Neutrinos are the only known elementary particles that are Majorana fermion candidates, implying that they would be their own antiparticles. The most sensitive probe for the Majorana nature of neutrinos is an extremely rare nuclear decay process called neutrinoless double beta decay (\(0\nu \beta \beta \)), where a nucleus with mass number A and charge Z decays by emitting only two electrons and changes its charge by two units (A,Z)\(\longrightarrow \)(A,Z+2) + 2e\(^{-}\). The observation of this decay would mean that lepton number is violated by two units and, in the standard light Majorana neutrino exchange scenario, would yield information about the neutrino mass scale via the effective neutrino Majorana mass \(\langle m_{\beta \beta }\rangle = |\varSigma _i U^{2}_{ei}m_i|\). The sum is over the neutrino mass eigenstates, \(m_i\), and \(U_{ei}\), the corresponding entries in the lepton mixing matrix, which are complex numbers. The two-neutrino double beta decay mode (\(2\nu \beta \beta \)) is allowed in the Standard Model and has been observed in more than 10 nuclei [1]. In this case, the summed energy of the two electrons is a continuum, while for the \(0\nu \beta \beta \)-decay the distinct signature is a peak at the Q-value, the mass difference between the mother and daughter nuclei.

Experiments can observe a certain decay rate in a detector. The corresponding half-life is inversely proportional to \(\langle m_{\beta \beta }\rangle ^2\),

$$\begin{aligned} \frac{1}{T_{1/2}^{0\nu }} = \frac{\langle m_{\beta \beta }\rangle ^2}{m_e^2} G^{0\nu } |M^{0\nu }|^2, \end{aligned}$$

assuming that the decay is mediated by the exchange of a light Majorana neutrino. \(m_e\) is the mass of the electron, \(G^{0\nu }\) is the phase space factor, and \(M^{0\nu }\) is the nuclear matrix element. Recent experimental limits on \(T_{1/2}^{0\nu }\) and \(\langle m_{\beta \beta }\rangle \) are of the order \(T_{1/2}^{0\nu } \ge (\)10\(^{25}\)–10\(^{26}\)) year and \(\langle m_{\beta \beta }\rangle \le (0.06--0.17)\) eV, using a variety of nuclei and detector technologies  [2, 3].

A particularly suitable isotope to search for the \(0\nu \beta \beta \)-decay with is \(^{136}\)Xe, with \(Q_{\beta \beta }\) = (2457.83±0.37) keV  [4]. Current experiments use liquid xenon either in its pure form, EXO-200  [5], or xenon dissolved in liquid scintillator, KamLAND-Zen  [6], and provide competitive constraints on the half-life. Future detectors that use xenon gas operated at high pressure, NEXT  [7, 8] and PandaX-III  [9], will add tracking capabilities for improved background rejection, while nEXO  [10] proposes to operate a total of 5 t of isotopically enriched liquid xenon.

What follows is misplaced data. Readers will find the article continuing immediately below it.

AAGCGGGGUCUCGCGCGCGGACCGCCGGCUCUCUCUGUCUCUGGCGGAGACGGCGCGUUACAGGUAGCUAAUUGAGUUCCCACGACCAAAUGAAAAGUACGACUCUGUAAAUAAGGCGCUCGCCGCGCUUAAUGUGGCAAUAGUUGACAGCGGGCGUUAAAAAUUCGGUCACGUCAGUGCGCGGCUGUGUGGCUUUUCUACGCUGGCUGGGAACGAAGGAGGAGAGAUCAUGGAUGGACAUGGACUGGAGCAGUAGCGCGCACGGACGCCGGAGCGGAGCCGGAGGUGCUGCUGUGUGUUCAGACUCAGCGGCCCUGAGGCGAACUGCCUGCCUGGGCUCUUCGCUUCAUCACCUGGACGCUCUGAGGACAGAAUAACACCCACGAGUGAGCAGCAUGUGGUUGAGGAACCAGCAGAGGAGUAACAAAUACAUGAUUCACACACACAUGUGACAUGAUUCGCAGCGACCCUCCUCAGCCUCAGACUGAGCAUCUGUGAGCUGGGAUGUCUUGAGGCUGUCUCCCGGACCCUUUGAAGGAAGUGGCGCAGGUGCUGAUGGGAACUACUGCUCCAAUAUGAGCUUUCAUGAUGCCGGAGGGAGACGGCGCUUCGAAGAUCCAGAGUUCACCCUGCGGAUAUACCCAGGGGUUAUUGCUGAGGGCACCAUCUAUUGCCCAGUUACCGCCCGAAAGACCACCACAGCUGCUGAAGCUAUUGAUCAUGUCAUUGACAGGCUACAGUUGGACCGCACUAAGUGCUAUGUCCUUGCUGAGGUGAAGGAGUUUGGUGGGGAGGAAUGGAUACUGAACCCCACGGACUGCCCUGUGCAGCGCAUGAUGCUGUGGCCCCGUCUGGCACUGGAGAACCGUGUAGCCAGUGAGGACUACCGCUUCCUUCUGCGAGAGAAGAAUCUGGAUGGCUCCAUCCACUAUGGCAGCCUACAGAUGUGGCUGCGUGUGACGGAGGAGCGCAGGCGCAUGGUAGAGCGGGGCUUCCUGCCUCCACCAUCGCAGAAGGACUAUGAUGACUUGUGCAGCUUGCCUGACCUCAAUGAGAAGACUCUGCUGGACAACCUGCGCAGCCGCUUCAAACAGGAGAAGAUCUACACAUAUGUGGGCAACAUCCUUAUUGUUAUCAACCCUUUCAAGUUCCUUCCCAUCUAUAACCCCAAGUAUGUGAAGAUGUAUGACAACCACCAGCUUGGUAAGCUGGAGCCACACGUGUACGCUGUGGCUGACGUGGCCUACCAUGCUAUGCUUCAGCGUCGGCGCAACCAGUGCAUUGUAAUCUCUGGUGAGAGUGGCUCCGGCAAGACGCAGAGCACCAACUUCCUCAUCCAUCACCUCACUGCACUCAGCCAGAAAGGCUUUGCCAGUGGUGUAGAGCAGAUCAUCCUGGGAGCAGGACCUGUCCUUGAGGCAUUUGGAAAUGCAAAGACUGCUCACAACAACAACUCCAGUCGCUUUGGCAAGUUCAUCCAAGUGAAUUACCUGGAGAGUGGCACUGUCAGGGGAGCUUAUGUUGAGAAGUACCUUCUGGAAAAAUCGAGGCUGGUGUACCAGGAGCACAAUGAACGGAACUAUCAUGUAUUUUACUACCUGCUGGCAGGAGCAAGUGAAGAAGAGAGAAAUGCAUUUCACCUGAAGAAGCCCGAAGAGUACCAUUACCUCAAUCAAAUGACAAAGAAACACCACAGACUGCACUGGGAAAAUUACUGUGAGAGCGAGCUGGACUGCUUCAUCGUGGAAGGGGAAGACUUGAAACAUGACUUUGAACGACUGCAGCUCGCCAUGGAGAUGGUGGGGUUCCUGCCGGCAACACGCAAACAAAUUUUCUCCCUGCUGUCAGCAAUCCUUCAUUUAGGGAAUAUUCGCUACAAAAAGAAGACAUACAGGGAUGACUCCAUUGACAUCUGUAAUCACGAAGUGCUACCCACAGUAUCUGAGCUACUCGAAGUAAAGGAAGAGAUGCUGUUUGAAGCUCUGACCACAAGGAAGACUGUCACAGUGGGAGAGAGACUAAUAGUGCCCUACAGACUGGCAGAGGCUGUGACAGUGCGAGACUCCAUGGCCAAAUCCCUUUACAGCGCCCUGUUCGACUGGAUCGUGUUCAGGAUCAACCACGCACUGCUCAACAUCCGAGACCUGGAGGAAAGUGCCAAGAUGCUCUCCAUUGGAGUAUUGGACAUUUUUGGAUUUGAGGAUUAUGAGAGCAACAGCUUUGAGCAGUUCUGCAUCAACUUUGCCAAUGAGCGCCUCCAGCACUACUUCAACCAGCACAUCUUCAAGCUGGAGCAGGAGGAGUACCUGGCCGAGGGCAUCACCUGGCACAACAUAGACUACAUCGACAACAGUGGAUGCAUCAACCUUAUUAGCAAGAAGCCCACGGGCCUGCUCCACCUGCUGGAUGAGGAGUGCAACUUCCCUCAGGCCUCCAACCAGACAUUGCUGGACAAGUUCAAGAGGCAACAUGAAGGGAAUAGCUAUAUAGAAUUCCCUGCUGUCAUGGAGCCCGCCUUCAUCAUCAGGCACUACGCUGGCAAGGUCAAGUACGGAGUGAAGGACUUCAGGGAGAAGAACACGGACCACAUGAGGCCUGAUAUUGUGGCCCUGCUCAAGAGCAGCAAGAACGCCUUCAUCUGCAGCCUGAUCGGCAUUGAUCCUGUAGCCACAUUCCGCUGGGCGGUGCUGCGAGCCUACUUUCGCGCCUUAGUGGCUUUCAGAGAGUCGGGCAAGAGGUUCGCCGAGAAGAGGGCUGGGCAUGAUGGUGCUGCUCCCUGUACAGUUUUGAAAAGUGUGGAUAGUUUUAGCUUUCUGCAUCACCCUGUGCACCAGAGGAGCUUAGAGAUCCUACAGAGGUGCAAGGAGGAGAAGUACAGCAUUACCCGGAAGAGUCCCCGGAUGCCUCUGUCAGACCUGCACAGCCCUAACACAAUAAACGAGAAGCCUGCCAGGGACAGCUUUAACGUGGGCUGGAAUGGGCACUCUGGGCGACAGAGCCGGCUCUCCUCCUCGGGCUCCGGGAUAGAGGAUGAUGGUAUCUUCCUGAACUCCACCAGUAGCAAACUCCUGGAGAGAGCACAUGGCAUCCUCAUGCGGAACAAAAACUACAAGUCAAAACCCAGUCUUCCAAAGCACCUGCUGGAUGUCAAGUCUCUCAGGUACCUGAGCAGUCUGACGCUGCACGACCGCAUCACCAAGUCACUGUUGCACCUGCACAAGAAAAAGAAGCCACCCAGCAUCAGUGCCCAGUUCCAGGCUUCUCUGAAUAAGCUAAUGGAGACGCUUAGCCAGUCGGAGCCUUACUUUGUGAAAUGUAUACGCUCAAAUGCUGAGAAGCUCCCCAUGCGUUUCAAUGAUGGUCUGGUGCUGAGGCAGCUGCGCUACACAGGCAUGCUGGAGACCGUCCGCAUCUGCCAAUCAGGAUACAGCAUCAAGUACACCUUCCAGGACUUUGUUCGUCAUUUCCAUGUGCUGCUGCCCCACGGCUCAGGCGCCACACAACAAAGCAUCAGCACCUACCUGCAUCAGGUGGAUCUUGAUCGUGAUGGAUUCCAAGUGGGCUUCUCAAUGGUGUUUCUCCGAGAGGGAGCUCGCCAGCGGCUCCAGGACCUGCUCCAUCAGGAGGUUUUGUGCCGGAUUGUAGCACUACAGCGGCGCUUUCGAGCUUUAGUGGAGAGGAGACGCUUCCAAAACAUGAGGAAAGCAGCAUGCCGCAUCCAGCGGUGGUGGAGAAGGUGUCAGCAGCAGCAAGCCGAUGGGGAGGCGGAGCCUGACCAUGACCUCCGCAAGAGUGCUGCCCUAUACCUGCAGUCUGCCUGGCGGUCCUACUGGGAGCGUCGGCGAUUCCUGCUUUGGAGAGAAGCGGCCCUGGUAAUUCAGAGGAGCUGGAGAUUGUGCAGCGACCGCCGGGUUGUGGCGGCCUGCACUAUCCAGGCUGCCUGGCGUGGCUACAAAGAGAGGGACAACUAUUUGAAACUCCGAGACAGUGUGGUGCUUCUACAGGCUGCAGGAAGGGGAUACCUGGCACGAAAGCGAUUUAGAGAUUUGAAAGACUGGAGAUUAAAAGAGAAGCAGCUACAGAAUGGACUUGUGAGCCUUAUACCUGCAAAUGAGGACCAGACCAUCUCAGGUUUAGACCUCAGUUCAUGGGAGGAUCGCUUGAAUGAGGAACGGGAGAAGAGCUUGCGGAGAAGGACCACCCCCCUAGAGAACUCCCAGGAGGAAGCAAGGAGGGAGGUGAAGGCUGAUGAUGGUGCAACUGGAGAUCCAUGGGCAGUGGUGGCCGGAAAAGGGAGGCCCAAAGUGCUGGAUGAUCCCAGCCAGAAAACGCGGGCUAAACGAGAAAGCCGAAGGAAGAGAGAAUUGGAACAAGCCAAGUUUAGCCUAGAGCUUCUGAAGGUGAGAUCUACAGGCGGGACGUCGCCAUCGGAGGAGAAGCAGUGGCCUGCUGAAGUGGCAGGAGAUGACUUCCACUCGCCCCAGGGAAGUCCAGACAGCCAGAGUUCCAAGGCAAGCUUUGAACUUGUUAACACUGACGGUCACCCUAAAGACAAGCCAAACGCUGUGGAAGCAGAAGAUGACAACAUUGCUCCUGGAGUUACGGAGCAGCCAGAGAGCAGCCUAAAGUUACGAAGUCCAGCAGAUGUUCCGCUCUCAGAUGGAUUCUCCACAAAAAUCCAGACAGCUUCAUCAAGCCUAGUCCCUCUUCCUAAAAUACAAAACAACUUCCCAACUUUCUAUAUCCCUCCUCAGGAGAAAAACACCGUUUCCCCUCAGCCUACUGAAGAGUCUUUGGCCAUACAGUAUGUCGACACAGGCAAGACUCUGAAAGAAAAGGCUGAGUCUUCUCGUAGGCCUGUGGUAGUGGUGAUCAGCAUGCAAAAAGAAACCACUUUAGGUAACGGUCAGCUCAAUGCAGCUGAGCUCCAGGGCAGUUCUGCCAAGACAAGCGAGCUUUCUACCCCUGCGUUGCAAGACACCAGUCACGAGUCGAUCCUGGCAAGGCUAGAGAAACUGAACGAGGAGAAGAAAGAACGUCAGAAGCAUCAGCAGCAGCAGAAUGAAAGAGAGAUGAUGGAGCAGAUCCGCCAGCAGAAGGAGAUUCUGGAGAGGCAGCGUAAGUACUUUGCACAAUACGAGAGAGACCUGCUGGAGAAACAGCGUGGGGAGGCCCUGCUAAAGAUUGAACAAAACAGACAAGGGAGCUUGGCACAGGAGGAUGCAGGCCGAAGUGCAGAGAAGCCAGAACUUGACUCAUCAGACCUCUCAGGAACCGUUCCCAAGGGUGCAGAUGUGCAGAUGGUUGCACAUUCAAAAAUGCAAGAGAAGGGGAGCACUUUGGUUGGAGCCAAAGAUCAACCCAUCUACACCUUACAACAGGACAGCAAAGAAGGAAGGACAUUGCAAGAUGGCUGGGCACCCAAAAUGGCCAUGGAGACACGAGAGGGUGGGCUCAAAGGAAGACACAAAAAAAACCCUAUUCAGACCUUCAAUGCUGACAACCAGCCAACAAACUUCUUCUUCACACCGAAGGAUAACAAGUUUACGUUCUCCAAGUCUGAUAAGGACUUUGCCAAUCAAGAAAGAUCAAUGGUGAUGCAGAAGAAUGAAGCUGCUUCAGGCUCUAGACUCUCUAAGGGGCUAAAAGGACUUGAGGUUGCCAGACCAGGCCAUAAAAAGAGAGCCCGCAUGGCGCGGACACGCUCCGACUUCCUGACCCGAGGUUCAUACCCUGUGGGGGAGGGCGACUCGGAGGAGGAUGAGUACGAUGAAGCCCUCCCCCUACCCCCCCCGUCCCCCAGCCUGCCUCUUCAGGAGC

DARWIN  [11] is a proposed observatory using 40 t of liquid natural xenon (LXe) in a time projection chamber (TPC) with the primary goal of searching for particle dark matter. Here, we demonstrate that DARWIN has a similar reach to dedicated future neutrinoless double beta decay experiments. This is due to its large, homogeneous target, and its ultra-low background, coupled to the capability of the TPC to simultaneously measure the location, energy, particle type and multiplicity of an event [12].

The paper is organized as follows: in Sect. 2 we provide a brief review of the baseline design of the DARWIN detector and describe the detector model utilized in our simulation study. Section 3 addresses the signal topology and how it is used to reject background events. In Sect. 4 we discuss the expected background sources, while the resulting background spectra and rates are presented in Sect. 5. We discuss DARWIN’s sensitivity to \(0\nu \beta \beta \)-decay in Sect. 6 and give a summary and an outlook in Sect. 7.

The DARWIN observatory

DARWIN is a next-generation dark matter experiment that will operate a 40 t active (50 t total) liquid xenon TPC with the main goal to probe the entire experimentally accessible parameter space for weakly interacting massive particles (WIMPs) as dark matter candidates. Other physics goals include the search for the \(0\nu \beta \beta \)-decay, the real-time detection of solar pp neutrinos via electron scattering, the observation of supernova and solar \(^8\)B neutrinos via coherent neutrino nucleus scattering and the search for solar axions, galactic axion-like particles and dark photons.